tumblehome 09/19/2023 07:05AM
Lailoken: "I love Fishers, and no, they are not accurate. It's like someone told someone what it like, it's part of the adventure. Never used another map company, and don't use GPS either. It's wilderness. That's all I can say. "
I agree. I grew up with fisher and they are pleasing to the eye. There is something about the McKenzie maps with the color that distracts me.
There are a few mistakes on fisher maps and I don’t know if anyone tells them or not. But for the most part, I’ve traveled a thousand miles using them and I make it home every time.

I think fisher maps are more accurate than Google maps lol.

Tom
Lailoken 09/18/2023 07:35PM
I love Fishers, and no, they are not accurate. It's like someone told someone what it like, it's part of the adventure. Never used another map company, and don't use GPS either. It's wilderness. That's all I can say.
Banksiana 09/18/2023 02:40PM
Printed on Fisher Maps: "This map is not intended for navigational use."
Gotta read the warning labels.


In Quetico I only carry the Chrismar. In the B-dub (liquid water visits are somewhat rare) I've found Voyageur to be most accurate and easiest on the eyes. I cannot bear the color choices and printing of the McKenzie.


As for the portage from unnamed into Grey (starting at unnamed) the western leg is the preferable start. I was told that the portage crew would no longer be clearing the eastern leg (as was the case last year)- last year they had even piled brush on the eastern leg at the start of the swamp to discourage this choice (this year someone had moved the brush). People that "do the loop" don't cross the swamp but pass from the western choice to the eastern choice (or vice versa) in the hope of avoiding the swamp.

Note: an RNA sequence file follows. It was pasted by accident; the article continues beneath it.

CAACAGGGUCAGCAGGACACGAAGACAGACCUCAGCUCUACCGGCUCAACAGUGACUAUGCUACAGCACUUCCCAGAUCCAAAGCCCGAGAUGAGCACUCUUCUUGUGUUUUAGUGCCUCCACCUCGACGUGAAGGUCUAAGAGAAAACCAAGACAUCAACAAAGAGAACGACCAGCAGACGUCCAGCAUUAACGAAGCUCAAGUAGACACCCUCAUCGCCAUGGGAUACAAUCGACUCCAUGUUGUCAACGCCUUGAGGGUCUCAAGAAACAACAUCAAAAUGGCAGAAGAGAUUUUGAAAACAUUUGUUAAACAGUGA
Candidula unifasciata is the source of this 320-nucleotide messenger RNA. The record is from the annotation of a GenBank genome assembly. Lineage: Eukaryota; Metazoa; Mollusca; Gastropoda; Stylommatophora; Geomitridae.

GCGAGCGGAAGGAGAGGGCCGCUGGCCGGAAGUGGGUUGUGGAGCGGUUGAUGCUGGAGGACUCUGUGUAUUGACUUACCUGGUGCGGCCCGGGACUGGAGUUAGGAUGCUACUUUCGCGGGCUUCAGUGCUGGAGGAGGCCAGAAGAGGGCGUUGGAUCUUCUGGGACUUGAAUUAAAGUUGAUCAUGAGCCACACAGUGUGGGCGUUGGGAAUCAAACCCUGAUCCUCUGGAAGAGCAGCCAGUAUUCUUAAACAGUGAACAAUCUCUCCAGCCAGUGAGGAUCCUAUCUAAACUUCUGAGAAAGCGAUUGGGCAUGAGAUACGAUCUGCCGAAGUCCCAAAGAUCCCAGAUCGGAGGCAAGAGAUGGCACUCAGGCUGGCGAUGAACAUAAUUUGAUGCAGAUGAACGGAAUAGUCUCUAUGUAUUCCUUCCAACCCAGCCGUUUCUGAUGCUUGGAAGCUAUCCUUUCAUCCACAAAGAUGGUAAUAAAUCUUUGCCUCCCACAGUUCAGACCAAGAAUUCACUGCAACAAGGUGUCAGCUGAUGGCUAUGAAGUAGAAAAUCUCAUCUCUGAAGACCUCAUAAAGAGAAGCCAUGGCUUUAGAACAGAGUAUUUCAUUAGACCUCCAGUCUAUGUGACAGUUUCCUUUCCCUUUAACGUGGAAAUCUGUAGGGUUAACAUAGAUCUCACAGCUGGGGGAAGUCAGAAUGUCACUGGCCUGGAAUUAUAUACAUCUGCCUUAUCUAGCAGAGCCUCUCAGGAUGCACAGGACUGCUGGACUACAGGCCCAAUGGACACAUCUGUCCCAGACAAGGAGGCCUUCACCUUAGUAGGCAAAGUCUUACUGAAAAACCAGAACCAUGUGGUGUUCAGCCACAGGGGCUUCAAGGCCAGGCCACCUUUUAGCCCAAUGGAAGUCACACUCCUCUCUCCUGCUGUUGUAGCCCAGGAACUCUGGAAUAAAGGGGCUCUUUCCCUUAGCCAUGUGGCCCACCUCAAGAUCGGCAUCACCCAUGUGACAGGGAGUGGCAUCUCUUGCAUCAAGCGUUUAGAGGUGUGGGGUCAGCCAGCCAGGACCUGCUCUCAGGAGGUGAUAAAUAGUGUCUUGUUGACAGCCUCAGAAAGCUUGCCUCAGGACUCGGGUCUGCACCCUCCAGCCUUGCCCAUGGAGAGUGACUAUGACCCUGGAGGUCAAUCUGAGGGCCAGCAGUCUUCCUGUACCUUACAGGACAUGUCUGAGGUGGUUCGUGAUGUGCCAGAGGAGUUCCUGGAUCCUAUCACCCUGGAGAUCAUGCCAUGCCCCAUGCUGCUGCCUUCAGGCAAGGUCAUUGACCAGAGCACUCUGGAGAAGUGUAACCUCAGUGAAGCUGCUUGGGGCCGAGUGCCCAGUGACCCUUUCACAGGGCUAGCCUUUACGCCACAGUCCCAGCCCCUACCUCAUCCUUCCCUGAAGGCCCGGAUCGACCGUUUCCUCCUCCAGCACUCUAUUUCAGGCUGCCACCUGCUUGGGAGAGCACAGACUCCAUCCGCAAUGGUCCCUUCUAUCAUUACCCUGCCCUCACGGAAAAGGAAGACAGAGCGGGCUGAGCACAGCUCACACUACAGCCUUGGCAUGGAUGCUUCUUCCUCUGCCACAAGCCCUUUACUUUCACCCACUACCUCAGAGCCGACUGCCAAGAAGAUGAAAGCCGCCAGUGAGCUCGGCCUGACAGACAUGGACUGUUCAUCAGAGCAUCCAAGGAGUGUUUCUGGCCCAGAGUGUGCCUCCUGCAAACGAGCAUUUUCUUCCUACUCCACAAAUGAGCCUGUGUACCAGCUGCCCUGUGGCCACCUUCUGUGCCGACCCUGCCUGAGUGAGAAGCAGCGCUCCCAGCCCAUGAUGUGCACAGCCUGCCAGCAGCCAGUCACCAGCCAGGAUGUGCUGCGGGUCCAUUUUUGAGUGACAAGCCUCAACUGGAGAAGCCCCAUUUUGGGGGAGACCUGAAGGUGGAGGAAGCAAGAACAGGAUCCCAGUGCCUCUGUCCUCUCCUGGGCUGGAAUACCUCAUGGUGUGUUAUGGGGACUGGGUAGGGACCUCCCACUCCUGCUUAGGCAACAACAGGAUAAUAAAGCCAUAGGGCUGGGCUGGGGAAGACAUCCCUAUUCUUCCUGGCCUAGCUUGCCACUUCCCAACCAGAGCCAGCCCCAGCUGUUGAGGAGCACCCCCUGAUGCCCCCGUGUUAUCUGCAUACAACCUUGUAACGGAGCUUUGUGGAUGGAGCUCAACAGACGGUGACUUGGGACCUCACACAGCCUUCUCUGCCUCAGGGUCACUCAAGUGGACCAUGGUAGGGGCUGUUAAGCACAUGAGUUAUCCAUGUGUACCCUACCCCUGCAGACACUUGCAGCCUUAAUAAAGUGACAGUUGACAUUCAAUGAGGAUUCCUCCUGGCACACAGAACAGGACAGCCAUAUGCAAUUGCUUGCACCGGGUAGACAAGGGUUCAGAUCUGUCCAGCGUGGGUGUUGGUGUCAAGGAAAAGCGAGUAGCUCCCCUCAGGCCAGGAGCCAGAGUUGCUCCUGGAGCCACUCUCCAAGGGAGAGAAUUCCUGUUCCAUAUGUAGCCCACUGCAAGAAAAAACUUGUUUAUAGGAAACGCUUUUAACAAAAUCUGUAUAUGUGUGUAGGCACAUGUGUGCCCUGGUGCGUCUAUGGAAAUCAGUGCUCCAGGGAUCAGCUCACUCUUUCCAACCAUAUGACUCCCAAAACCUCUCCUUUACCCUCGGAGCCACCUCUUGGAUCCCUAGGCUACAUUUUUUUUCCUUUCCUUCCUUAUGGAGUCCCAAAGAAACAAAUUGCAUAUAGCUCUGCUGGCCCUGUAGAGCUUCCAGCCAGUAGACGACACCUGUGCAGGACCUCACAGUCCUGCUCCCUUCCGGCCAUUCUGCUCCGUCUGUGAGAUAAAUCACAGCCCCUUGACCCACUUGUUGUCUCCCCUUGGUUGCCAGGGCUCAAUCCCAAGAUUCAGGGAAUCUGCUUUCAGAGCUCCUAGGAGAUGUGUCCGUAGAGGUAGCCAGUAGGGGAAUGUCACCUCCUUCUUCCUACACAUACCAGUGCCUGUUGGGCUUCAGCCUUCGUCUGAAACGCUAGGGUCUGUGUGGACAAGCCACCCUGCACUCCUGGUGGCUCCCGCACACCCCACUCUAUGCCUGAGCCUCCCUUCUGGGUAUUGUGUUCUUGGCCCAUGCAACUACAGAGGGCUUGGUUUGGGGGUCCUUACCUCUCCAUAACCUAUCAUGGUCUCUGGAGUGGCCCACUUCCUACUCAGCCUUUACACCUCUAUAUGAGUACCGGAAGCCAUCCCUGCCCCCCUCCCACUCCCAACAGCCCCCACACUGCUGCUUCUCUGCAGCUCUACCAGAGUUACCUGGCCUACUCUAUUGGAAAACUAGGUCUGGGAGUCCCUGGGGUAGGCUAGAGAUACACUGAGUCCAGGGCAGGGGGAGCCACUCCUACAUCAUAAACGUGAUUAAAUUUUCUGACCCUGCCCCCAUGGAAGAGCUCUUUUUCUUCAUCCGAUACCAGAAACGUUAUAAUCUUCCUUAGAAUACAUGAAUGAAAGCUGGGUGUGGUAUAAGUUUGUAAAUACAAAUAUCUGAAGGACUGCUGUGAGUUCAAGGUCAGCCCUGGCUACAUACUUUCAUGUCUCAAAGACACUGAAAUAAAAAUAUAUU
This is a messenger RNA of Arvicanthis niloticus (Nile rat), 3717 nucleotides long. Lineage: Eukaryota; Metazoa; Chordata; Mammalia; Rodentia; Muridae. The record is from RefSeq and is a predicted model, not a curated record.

plander 09/18/2023 01:35PM
I feel they all (Fisher, McKenzie, Voyageur) have their own strengths and weaknesses. I use whichever ones makes sense for a given trip, but I tend to use McKenzie maps more than the others. That said, I use the maps and a compass in conjunction with GPS (iPhone).

Currently, I prefer using the GAIA GPS app with KMZ maps downloaded from PP - these map files have fairly accurate coordinates for the campsites and portages. In addition, I use the Navionics app (US and Canada) for lake contours.
marsonite 09/18/2023 12:11PM
May I rant about Fisher Maps? Why do I even carry these things.

I think it borders on unethical for them to still be selling these things, unless they do some updating . Yes I do carry a Chrismar map, but still.

I was going to take the portage between Shade and the unnamed lake before Grey. The landing is a little hard to spot, but with the help of my outdated Topo map on my phone, we found it, with a cut log and canoe scrapings and all. Except it wasn’t the portage. Petered out after 20 rods or so. Took a closer look at Chrismar and it was actually a bit further south.

I knew enough about the unnamed to Grey portage to pay close attention and get the landing right. Otherwise you might be one of the poor people who get over the wet swamp, turn left and wind up back at unnamed. I could see tracks of people who had come over the old portage.

And then there are distances. The south portage out of Khashawapiwi is listed at 180. It’s actually 270. The portage from Isabella to Side is listed as 25 rods on Fisher….maybe it once was that but it’s pushing 60 now. Kind of irritating when your planning your day.


The problem is that people are still relying on these faulty maps and leaving signs on these old portages, when they should be totally abandoned.

And the campsites on Fisher? Occasionally a red dot corresponds to a usable camp, sometimes there is an old long unused site, and many times there is nothing at all. What a joke. Just remove those red dots instead of giving people false hope.

Seems like at a minimum there should be a warning at Prairie Portage.

Anyway, that’s all. Are Mackenzie maps any better? Hate to haul out the reading glasses every time I open Cristmar.